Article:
Over 200 volunteers assisted in the rehoming of the 2024 RHS Chelsea Pulp Friction garden

People’s Choice winner, the 2024 RHS Chelsea Pulp Friction Growing Skills garden, which celebrated the Pulp Friction community has been relocated to its final destination in Nottingham.

The Pulp Friction Growing Skills Garden was designed by Will Dutch & Tin-Tin Azure-Marxen, to reflect the East Midlands-based Community Interest Company (CIC), Pulp Friction’s mission to challenge perceptions of people with learning disabilities. The garden is formed around centrifugal forces, with colours and textures of edible planting spread throughout the garden, symbolising the connection between Pulp Friction and the wider community.

The Silver-Gilt awarded, RHS Chelsea show garden has now been relocated to its final destination at the Stockhill Fire Station in Nottingham, where it will be used as a safe, welcoming and secure community garden by Pulp Friction, the local community and firefighters suffering from psychological stress.

The rebuild story is as heartwarming as the community it represents, as 206 volunteers from (amongst others); the Pulp Friction Community, Nottingham City council, Nottingham University, Nottingham Fire & Rescue, Equifax, Buckley Landscapes and the Nottingham Building Society assisted to rehome the garden. The designers, Dutch and Azure-Marxen provided a plan for the teams to work, and fortuitously, where water was needed, Nottingham Fire & Rescue were on hand with water truck and hoses.

The garden was supported by Project Giving Back, which provided the support for both the RHS Chelsea Build and the relocation. Dutch explained: “It’s up to us and the good cause to sort out how the money is spent, it of course has to be related to the garden. So funds have gone on materials and the build and we have some money remaining that will go in to the pot to maintain and purchase equipment for the organisation to use to maintain the space.”

The final garden at 90m2, is almost double the size of its original RHS Chelsea dimensions, so had to be scaled up. “We continued with the radial arrangement but we could work in more paths and private seating points to allow members who have accessibility requirements the space to move through the garden and be surrounded by planting and quite spaces for both members and the community to sit and relax. The whole point was to create a street side pocket urban garden, forming a green oasis for the public to enjoy, destress and come into contact with trees and rich planting”, explained Dutch.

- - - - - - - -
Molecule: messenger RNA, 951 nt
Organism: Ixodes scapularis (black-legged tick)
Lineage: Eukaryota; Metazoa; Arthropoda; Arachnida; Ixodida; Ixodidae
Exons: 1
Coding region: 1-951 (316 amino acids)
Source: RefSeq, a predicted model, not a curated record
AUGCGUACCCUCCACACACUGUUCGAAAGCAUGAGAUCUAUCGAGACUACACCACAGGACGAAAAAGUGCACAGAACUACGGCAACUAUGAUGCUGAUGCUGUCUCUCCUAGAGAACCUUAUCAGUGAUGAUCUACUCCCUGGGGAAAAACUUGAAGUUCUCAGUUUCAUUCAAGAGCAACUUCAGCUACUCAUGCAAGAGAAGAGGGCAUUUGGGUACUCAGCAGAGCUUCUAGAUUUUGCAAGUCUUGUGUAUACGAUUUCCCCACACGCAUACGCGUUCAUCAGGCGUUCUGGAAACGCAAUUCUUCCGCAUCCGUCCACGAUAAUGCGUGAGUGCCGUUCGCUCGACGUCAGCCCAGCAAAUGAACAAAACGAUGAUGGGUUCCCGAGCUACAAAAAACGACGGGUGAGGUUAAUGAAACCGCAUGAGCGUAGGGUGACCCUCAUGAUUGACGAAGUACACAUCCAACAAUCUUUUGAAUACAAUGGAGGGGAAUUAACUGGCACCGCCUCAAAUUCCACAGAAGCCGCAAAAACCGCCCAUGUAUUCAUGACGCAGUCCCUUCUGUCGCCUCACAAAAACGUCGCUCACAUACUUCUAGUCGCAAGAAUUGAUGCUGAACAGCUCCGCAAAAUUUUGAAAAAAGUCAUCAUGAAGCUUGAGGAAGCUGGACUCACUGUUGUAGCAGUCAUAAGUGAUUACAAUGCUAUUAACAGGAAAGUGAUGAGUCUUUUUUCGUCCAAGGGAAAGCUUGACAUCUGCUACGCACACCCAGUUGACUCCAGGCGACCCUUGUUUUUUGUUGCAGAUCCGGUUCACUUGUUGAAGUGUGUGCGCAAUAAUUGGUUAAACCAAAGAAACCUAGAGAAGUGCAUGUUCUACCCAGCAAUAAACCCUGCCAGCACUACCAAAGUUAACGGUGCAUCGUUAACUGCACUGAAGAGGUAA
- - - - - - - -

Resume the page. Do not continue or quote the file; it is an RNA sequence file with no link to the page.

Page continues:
“All the trees and plants came back, the beauty of have a slightly larger space meant the plants could be spaced out compared to the mad densities we planted at in the show garden. The mature trees and shrubs that created such an impact at show now really help to solidify and create that atmosphere again in the relocation garden. It was really important for us to have trees as big as we could (6m height restriction in the RHS Chelsea Pavilion) because of the impact, fullness and immediate atmosphere” he added.

In terms of the future, Dutch explained that the space will be managed by Pulp and the Stockhill Fire Crew with a program for community engagement with the aim to have a community team assisting in the garden going forward. In terms of their own involvement with the garden, Dutch said: “The whole Pulp team have become great friends to us and we are always on the end of the phone if they need us. We have already started to make plans to have a bit of a reunion next year and see how the garden has developed. The garden is now theirs to enjoy and develop and we will continue to follow their journey.”